When Stefan Bradl made his MotoGP debut in 2012, not only did he become the first German to compete at the highest level of motorcycle racing in five years, he also went one step further than his former racer father.
Stefan’s decision to go motorcycle racing was inevitable having grown up watching his father Helmut race to great success during the late 1980s and early 1990s. However, though his father was a runner-up in the 1991 250cc World Championship, and winner of five races, he never quite made it to 500cc/MotoGP level.
As such, it has been up to Bradl Jnr to uphold the family name, an honour Stefan will finally bestow upon the on his siblings when he makes his MotoGP debut with LCR Honda in 2012.
Indeed, though Bradl’s rise through the ranks has been relatively fraught, his title-winning turn in the Moto2 World Championship has now established him as a one of the categories most exciting debutants.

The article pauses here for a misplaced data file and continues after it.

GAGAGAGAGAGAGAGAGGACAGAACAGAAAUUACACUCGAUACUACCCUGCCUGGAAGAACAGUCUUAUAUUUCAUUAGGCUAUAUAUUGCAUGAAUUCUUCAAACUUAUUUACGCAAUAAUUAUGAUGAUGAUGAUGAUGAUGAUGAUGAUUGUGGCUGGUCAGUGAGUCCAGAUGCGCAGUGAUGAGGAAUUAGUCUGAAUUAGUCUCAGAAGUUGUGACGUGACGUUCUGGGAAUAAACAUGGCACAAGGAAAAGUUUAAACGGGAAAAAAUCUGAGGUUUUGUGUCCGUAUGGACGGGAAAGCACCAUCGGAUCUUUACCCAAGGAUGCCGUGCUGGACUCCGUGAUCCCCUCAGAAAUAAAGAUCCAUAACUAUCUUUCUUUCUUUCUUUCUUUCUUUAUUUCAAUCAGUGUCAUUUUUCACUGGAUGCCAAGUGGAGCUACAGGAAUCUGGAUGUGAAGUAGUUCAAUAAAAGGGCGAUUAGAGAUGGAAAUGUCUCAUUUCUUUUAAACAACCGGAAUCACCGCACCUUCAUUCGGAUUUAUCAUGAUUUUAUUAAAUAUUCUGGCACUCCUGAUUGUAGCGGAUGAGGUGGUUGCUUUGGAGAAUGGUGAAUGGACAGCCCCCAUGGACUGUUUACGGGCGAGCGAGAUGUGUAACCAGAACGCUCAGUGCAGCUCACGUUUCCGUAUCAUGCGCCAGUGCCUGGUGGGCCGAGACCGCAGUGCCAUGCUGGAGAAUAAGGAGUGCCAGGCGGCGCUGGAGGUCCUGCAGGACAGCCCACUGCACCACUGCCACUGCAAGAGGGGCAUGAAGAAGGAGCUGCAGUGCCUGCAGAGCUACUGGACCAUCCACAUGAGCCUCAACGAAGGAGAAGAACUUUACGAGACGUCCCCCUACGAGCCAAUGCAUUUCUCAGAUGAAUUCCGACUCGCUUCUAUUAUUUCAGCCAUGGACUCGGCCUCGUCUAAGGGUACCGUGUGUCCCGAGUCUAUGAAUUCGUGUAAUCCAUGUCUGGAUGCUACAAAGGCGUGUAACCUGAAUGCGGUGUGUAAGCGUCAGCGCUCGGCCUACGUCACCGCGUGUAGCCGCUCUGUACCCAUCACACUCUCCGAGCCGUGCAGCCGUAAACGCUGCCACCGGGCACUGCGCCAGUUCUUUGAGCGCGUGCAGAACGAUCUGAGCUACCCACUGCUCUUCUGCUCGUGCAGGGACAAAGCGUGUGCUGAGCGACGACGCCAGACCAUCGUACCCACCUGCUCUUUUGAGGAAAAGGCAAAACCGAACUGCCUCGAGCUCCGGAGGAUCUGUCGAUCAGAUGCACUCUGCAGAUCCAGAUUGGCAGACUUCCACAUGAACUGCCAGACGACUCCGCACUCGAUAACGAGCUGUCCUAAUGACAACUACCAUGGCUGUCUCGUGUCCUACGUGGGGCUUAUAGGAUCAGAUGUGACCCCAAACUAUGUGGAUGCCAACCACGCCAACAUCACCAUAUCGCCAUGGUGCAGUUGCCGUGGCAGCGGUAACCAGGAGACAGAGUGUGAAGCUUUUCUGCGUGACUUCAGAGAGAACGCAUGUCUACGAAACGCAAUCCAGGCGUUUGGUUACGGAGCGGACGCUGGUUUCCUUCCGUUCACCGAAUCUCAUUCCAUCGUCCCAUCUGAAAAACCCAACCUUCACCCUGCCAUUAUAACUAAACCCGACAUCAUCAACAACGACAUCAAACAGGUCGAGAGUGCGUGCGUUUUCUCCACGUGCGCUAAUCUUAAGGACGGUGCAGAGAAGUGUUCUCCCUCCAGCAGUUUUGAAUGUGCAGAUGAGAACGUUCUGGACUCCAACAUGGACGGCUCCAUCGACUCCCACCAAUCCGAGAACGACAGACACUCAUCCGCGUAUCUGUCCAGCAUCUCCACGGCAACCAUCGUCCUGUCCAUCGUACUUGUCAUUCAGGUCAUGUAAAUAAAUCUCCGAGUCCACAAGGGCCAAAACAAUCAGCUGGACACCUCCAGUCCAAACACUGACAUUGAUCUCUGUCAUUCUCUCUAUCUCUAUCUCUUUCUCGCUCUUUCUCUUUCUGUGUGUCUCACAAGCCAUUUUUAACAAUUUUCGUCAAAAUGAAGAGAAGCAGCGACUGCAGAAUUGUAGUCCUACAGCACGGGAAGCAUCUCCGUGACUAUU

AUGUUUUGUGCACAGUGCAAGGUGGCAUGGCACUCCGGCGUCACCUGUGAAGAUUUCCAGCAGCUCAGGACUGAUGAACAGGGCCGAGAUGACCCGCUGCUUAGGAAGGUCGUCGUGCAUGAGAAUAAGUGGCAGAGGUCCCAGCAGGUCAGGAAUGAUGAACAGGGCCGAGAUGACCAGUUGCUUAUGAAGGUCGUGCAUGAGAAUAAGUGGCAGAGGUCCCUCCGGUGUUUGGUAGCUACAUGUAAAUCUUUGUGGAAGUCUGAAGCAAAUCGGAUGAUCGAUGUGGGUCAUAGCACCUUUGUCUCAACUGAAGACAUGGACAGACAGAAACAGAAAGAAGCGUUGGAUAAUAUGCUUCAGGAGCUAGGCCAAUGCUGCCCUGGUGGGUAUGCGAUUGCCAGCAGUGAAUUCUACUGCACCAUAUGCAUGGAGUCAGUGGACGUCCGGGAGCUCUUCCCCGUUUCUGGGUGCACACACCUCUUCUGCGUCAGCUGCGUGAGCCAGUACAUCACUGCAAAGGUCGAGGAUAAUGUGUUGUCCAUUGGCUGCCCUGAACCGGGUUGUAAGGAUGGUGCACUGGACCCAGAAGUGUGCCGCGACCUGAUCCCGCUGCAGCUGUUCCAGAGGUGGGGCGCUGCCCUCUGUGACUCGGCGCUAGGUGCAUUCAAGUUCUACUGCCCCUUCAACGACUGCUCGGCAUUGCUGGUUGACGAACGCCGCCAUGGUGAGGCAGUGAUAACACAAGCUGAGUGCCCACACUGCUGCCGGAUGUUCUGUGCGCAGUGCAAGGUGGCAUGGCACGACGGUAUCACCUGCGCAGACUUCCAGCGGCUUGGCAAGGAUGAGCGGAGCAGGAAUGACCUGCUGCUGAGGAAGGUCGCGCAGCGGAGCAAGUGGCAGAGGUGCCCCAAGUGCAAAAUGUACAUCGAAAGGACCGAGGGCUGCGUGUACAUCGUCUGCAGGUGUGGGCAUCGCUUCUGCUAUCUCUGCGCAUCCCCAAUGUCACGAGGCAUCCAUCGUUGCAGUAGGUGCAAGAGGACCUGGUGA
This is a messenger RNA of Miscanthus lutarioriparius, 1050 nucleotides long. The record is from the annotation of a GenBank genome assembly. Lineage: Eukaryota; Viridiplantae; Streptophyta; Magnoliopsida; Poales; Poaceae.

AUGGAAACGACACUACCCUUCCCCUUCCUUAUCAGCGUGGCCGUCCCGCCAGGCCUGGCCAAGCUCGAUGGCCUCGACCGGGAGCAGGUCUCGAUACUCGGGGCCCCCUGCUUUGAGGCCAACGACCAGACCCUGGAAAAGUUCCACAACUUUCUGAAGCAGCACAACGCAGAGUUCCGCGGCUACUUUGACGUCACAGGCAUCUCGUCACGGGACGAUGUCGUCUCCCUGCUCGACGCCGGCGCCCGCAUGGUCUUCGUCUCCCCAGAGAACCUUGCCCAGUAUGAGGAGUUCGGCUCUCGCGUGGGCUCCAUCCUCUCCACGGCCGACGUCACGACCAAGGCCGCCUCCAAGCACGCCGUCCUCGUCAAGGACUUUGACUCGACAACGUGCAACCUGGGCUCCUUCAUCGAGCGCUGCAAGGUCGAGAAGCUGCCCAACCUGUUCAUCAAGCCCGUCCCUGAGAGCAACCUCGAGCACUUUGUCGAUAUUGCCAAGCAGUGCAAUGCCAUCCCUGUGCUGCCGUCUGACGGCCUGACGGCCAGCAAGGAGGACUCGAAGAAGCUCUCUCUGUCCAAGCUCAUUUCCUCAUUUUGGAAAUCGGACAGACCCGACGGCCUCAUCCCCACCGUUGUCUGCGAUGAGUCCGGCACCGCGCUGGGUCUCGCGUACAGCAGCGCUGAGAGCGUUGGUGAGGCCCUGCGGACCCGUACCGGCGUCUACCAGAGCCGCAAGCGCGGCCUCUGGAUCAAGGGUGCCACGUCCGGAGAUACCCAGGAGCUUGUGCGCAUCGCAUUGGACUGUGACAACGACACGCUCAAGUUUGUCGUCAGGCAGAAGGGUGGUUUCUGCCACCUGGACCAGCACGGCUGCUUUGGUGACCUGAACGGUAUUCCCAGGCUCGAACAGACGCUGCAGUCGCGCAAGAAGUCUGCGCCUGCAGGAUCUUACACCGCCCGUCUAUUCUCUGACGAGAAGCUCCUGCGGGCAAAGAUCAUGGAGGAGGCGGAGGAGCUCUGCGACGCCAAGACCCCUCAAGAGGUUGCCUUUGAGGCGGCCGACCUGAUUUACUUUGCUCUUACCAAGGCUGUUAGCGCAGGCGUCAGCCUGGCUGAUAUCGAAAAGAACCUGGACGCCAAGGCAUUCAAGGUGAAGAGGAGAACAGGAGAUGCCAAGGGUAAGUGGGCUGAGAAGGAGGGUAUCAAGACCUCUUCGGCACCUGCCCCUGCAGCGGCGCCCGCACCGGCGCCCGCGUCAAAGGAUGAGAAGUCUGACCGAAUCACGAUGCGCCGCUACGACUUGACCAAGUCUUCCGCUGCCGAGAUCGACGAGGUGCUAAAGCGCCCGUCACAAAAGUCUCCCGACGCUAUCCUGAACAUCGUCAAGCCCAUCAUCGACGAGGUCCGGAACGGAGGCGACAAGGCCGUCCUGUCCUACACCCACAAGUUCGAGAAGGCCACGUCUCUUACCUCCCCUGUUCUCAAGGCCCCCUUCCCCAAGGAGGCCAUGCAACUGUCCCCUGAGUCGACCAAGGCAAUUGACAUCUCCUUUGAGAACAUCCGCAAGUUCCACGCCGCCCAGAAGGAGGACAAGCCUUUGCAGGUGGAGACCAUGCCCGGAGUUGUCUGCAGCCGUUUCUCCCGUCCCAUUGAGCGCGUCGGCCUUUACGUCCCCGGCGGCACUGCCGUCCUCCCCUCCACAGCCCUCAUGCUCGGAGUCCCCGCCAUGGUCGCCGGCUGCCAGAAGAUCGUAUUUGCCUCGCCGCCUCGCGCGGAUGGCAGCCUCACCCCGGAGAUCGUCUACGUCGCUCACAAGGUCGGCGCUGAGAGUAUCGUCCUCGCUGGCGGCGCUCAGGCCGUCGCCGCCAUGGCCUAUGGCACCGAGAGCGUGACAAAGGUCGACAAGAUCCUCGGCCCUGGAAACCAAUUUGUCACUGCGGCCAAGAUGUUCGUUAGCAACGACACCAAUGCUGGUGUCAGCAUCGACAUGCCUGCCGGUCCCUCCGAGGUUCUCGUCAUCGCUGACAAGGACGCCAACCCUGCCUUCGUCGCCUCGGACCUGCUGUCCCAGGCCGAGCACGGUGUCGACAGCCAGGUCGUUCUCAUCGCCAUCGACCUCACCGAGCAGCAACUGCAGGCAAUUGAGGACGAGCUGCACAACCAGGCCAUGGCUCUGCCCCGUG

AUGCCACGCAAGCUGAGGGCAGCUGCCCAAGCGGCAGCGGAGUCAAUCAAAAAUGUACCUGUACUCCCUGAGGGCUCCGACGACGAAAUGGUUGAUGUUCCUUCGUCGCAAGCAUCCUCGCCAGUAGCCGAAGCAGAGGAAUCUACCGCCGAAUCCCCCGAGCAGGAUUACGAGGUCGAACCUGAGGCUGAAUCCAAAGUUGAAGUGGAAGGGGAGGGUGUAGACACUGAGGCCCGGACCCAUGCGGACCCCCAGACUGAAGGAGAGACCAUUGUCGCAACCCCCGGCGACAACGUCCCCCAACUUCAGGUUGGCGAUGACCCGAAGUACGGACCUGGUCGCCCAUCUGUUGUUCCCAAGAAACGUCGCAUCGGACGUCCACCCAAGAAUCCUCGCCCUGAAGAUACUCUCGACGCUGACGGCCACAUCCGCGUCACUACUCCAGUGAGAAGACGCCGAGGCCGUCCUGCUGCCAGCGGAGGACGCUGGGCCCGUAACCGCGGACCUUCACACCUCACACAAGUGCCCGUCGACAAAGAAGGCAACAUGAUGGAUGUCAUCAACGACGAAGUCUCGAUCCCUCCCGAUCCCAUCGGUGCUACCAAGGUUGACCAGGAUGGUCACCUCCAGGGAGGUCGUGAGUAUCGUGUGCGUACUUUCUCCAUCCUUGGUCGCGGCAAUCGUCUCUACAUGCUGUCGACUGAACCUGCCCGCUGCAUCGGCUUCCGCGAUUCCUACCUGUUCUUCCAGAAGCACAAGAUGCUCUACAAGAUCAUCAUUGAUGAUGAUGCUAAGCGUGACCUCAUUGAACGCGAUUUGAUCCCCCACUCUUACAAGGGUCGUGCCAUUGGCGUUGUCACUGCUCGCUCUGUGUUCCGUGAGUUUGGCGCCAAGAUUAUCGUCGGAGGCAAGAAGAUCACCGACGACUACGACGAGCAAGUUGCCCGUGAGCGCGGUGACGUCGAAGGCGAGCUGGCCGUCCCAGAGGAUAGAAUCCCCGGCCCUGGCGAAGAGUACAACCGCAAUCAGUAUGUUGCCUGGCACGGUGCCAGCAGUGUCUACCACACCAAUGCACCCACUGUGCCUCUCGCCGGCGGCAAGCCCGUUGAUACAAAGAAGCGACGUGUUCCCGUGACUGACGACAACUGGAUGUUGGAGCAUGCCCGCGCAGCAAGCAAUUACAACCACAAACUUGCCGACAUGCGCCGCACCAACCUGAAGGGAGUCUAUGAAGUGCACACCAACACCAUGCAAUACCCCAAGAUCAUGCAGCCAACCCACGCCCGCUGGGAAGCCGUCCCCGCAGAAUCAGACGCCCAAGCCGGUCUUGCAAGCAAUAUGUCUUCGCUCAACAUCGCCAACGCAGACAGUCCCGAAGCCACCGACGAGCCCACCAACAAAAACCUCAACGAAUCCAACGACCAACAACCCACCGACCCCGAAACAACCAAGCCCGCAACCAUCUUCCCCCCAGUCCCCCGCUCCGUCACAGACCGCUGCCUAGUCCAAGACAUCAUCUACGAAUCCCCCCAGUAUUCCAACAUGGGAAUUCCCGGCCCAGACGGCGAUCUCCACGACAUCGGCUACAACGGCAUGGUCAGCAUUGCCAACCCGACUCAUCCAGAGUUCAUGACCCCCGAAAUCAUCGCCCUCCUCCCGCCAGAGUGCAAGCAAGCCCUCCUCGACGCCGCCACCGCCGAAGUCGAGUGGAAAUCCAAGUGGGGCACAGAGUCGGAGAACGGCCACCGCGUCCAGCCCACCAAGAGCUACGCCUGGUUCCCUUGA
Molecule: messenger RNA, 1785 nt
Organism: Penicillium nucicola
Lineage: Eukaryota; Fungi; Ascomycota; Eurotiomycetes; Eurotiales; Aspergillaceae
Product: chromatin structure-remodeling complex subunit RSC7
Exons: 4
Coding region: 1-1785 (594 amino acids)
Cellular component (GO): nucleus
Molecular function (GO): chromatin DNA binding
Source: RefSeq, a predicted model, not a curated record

Beginning his career on the domestic German scene, Bradl tasted immediate success in the national 125cc series, winning 3 races for Red Bull ADAC KTM Juniors on the way to the 2005 title. He also took in three wild-card rounds on the international stage, scoring once at Brno.
Earning him a full-time graduation to the world championship in 2006, Bradl continued with the same team but having scored his first points of the year at Brno once more, a serious accident during the following Malaysian Grand Prix left him with a season-ending injury.